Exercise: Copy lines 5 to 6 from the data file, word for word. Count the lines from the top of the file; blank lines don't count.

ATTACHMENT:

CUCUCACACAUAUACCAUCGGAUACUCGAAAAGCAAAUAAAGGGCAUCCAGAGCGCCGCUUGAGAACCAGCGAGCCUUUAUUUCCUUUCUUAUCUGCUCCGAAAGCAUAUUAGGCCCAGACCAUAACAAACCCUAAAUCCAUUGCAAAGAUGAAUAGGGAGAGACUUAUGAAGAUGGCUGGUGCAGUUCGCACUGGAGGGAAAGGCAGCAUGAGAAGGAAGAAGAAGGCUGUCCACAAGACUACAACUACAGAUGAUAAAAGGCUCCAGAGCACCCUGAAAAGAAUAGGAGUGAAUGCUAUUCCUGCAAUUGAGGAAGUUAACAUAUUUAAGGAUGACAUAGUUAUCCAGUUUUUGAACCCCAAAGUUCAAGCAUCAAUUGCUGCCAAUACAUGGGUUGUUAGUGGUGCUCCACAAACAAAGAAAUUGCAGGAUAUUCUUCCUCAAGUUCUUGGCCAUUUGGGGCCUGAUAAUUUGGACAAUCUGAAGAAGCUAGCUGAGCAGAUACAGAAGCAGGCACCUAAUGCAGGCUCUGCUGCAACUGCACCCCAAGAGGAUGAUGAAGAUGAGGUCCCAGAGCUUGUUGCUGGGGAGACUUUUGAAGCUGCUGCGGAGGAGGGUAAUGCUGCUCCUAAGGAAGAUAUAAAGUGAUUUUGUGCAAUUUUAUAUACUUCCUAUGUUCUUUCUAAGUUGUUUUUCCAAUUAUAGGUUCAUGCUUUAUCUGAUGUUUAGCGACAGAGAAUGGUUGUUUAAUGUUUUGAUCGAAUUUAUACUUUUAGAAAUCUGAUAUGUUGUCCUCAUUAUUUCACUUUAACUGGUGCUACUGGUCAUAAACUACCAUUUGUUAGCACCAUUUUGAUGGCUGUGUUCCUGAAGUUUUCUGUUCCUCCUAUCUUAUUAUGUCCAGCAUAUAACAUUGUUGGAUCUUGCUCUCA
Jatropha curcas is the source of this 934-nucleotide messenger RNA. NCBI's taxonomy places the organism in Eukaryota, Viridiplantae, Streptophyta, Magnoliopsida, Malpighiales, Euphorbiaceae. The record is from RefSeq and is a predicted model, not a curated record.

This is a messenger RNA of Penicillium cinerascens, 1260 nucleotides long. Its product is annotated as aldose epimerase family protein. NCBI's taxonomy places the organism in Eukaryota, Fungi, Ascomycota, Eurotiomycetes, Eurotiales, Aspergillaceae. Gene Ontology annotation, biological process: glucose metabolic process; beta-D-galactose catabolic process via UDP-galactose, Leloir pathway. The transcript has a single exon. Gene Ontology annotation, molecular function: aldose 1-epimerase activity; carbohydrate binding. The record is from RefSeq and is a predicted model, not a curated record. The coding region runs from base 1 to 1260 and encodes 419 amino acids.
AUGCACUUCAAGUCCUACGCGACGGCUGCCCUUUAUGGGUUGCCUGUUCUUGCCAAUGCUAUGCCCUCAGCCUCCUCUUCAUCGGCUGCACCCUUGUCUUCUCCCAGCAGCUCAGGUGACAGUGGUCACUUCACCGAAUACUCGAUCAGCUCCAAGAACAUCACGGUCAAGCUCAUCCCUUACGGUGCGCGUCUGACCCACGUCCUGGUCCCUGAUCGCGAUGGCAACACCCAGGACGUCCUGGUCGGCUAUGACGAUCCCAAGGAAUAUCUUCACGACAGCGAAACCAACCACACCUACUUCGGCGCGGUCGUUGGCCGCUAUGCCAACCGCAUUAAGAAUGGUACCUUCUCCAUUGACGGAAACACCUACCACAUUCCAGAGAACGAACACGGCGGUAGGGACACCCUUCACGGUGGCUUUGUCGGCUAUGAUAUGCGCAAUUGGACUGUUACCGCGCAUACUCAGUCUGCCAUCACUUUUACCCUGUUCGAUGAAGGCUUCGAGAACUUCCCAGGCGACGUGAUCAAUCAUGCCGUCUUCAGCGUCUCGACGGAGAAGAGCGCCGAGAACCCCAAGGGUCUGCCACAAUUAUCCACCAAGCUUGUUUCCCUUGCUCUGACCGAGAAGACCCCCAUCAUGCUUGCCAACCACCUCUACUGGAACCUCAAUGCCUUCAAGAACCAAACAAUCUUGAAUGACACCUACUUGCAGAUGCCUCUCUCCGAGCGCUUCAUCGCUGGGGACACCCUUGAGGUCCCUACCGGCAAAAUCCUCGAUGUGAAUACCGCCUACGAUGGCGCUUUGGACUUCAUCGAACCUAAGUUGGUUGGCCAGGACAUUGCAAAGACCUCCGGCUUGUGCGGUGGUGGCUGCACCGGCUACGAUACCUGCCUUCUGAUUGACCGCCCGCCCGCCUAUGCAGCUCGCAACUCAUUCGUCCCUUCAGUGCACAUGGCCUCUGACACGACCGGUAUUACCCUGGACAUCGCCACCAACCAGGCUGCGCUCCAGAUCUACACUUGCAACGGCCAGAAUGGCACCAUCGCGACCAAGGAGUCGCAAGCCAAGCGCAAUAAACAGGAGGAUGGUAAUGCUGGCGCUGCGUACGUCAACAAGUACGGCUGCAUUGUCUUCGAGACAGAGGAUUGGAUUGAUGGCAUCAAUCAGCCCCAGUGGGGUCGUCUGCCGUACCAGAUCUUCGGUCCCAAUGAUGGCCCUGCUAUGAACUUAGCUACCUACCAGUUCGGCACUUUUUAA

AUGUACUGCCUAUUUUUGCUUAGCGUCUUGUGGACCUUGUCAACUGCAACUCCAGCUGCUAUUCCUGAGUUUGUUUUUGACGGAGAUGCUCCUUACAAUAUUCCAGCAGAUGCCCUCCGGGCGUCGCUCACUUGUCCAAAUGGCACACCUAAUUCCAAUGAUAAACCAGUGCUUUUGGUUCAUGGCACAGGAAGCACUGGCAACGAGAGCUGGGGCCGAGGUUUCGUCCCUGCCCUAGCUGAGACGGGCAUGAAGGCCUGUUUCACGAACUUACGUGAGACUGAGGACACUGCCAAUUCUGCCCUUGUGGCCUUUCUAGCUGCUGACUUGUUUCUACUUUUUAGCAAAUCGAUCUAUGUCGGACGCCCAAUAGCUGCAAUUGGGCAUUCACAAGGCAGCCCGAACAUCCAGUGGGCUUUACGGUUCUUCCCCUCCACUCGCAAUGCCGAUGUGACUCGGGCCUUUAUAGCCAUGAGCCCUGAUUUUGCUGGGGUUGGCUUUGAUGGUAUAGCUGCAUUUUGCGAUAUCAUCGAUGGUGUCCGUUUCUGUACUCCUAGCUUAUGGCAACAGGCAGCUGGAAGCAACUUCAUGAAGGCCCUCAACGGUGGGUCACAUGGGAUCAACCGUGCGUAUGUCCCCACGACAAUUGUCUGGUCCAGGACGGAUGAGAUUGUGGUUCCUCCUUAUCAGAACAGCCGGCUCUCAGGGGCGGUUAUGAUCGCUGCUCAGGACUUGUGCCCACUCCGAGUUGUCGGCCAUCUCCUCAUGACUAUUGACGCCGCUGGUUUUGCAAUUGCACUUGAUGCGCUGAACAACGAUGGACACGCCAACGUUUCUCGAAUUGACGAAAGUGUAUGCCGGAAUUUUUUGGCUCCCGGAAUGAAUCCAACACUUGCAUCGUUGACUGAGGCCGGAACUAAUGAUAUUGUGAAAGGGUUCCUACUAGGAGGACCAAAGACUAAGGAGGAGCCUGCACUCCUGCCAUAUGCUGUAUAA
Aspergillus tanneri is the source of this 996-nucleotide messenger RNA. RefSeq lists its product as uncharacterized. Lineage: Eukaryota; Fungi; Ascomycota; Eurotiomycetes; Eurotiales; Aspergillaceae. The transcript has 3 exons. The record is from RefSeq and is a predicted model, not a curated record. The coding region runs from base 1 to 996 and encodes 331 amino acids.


AUGUACUGCCUAUUUUUGCUUAGCGUCUUGUGGACCUUGUCAACUGCAACUCCAGCUGCUAUUCCUGAGUUUGUUUUUGACGGAGAUGCUCCUUACAAUAUUCCAGCAGAUGCCCUCCGGGCGUCGCUCACUUGUCCAAAUGGCACACCUAAUUCCAAUGAUAAACCAGUGCUUUUGGUUCAUGGCACAGGAAGCACUGGCAACGAGAGCUGGGGCCGAGGUUUCGUCCCUGCCCUAGCUGAGACGGGCAUGAAGGCCUGUUUCACGAACUUACGUGAGACUGAGGACACUGCCAAUUCUGCCCUUGUGGCCUUUCUAGCUGCUGACUUGUUUCUACUUUUUAGCAAAUCGAUCUAUGUCGGACGCCCAAUAGCUGCAAUUGGGCAUUCACAAGGCAGCCCGAACAUCCAGUGGGCUUUACGGUUCUUCCCCUCCACUCGCAAUGCCGAUGUGACUCGGGCCUUUAUAGCCAUGAGCCCUGAUUUUGCUGGGGUUGGCUUUGAUGGUAUAGCUGCAUUUUGCGAUAUCAUCGAUGGUGUCCGUUUCUGUACUCCUAGCUUAUGGCAACAGGCAGCUGGAAGCAACUUCAUGAAGGCCCUCAACGGUGGGUCACAUGGGAUCAACCGUGCGUAUGUCCCCACGACAAUUGUCUGGUCCAGGACGGAUGAGAUUGUGGUUCCUCCUUAUCAGAACAGCCGGCUCUCAGGGGCGGUUAUGAUCGCUGCUCAGGACUUGUGCCCACUCCGAGUUGUCGGCCAUCUCCUCAUGACUAUUGACGCCGCUGGUUUUGCAAUUGCACUUGAUGCGCUGAACAACGAUGGACACGCCAACGUUUCUCGAAUUGACGAAAGUGUAUGCCGGAAUUUUUUGGCUCCCGGAAUGAAUCCAACACUUGCAUCGUUGACUGAGGCCGGAACUAAUGAUAUUGUGAAAGGGUUCCUACUAGGAGGACCAAAGACUAAGGAGGAGCCUGCACUCCUGCCAUAUGCUGUAUAA
Aspergillus tanneri is the source of this 996-nucleotide messenger RNA. RefSeq lists its product as uncharacterized. Lineage: Eukaryota; Fungi; Ascomycota; Eurotiomycetes; Eurotiales; Aspergillaceae. The transcript has 3 exons. The record is from RefSeq and is a predicted model, not a curated record. The coding region runs from base 1 to 996 and encodes 331 amino acids.